I’ve been running role playing games for my friends for about 22 years or so at this point. I have created and run over a dozen campaigns and innumerable one-shot adventures. I’ve played RPGs with rank newbies and grizzled veterans and everybody in-between. I’ve lost count of the number of game-systems knocking around in my head (and, indeed, as any of my long-time players can attest, I sometimes get them all tangled up together.). What I lay out here are the strictures by which I try to run what I consider to be a good game. They may work for you or not; all I’m expressing is my experience. I might also add that I don’t always live up to these commandments myself, as much as I try. When they all work, though, something golden is bound to happen.
#1: Thou Shalt Not Take Thy Game Too Seriously
Yes, I realize you spent hours and hours prepping this adventure. Yes, I know your players are being paranoid weirdoes and metagaming this thing to hell and back. You are absolutely right that your players aren’t taking the Black Dragon of Immortal Dread seriously. I get it. Your players are being dicks. Now, pay attention: Get Over Yourself. Repeat back to me: This is a game. It is not all that important. I will not pout or complain or storm off or exact my vengeance on my friends in the form of falling rocks. The idea in an RPG, hell, the idea in every single game, is for people to have fun. Are your friends having fun? Yes? Then shut up. Roll with it. Improvise.
#2: Thou Shalt Clearly Explain The Game’s Goals
The easiest way for players to ‘ruin’ your game (and please keep in mind that RPGs can’t actually be ruined if your go with it) is for them to have no idea what you want out of the game. Your fun is every bit as important as their fun and, if they are your friends, they should care about that. So explain to them in clear terms what you want the game to be. “This is a dark, gritty crime thriller game set in a dystopian future” or “This is a horror game where you guys are monster slayers” or “This game is supposed to be high adventure space opera with laser beams and talking robots and everything.”
This gives your players the choice: do you want to play this game that I have described, or do you not? If they don’t, no harm/no foul. If they do, they should be willing to buy into the whole thing. If you and the players work together, things will get awesome fast. If you and the players aren’t on the same page, it isn’t going to work.
#3: Thou Shalt Hold Story Above All Else
RPGs are not strategy games. They aren’t card games. They are Role Playing Games, which means people play roles (characters) and you, as Gamemaster, put them in situations where they can play those roles. They are, in essence, highly collaborative storytelling games. As such, the story needs to get top billing. It isn’t just that the players are doing a certain thing, there needs to be some understanding of why they are doing this thing and what the stakes are and what happens next if they succeed and so on and so forth. Now, this doesn’t mean a fair amount of strategy can’t be involved (particularly if the game’s concept calls for it), but any RPG that degenerates to mere dice rolling and accounting is going to be dull. Victory is far more sweet when it means something, and it won’t mean anything without a story attached to it.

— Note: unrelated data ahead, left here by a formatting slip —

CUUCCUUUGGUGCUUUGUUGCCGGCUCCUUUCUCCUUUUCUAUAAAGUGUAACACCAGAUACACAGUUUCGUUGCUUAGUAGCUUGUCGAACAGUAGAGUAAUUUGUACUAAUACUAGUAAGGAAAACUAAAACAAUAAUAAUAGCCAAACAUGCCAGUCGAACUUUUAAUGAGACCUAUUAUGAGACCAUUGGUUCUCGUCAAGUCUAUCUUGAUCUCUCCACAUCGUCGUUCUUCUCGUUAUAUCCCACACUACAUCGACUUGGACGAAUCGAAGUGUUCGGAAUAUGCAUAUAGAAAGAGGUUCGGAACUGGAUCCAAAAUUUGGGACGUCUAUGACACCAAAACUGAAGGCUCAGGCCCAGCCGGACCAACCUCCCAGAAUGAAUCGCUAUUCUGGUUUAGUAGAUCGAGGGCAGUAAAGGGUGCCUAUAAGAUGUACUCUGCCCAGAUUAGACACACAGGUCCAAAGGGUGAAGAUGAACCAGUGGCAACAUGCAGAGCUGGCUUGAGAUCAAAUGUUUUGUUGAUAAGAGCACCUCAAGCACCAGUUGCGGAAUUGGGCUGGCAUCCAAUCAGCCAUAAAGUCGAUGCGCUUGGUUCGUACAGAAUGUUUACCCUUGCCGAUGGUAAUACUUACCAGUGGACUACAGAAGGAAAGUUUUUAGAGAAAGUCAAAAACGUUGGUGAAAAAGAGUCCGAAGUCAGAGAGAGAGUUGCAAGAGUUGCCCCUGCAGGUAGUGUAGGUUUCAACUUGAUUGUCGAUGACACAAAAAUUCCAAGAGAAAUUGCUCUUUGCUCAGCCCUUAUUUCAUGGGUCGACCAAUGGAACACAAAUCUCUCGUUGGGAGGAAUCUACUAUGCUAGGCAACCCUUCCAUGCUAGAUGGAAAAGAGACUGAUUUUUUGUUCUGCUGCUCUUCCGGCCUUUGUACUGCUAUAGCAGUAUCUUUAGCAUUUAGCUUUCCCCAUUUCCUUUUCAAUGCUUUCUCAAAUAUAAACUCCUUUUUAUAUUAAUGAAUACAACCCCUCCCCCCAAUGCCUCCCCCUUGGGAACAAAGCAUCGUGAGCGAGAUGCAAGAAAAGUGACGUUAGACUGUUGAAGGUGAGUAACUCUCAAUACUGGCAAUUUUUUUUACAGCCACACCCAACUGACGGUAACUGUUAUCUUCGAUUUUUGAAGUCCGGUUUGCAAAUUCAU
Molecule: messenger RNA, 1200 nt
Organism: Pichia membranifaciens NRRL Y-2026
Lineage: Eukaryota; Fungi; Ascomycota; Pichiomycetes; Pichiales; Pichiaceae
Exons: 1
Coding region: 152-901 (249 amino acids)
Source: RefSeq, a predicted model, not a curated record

#4: Thou Shalt Find Every Player Character Cool
Yes, all of them. Even the ones that are very much not cool, like the pacifist half-orc accountant or that one guy who wants to play a wandering poet named Dweeber who keeps a dead fairy in a pouch in hopes it will produce pixie dust someday. It doesn’t matter if the player has come up with a character you think is the dumbest, least interesting, least appropriate or useful character ever devised by man, it is your requirement, as GM, to love him and try and make him look cool.
Why is this your job? Because the GM is supposed to make the adventure fun, and a player who finds his character useless and ignored (no matter how rightly) isn’t going to have much fun. Now, making them work may take some doing here, but try and figure out what circumstances will make that character shine and make a point to give them that opportunity as often as is feasible within the bounds of the story. Again, if you’re obeying Commandment #2, ideally this shouldn’t be much of a problem very often, but stranger stuff can happen. Anyway, if somebody shows up to the table with a stupid character, you need to forget all about that character’s stupidity and work your ass off to make them awesome. The game will be much better off for it, trust me.
#5: Thou Shalt Improvise
You cannot plan for everything the players are going to want to do. There are two solutions to this problem: First, you can just not let them do things that don’t fit inside your plans (this is called ‘railroading’) or, second, you can just say “Yes, and…”
“Yes, and” is an improv term, and it is an important one. It means you agree to what the players want, and you use this new input on their part to make more interesting and fun things happen. This requires you, as a GM, to think on your feet a lot, but that’s okay – you should prep with the possibility of improvisation in mind. When I design adventures, I typically devise a series of NPCs the players will or may interact with and then devise the plots these NPCs have going on their own. As the PCs bump into each of these NPCs, this creates a story that spreads throughout the little universe I’ve created. If I need to create new elements, I do so, and they continue to influence the setting of the game, creating more conflict, more story, and more fun stuff. It really works, and it beats the hell out of the whole ‘you can’t do that’ angle.
#6: Thou Shalt Keep It Moving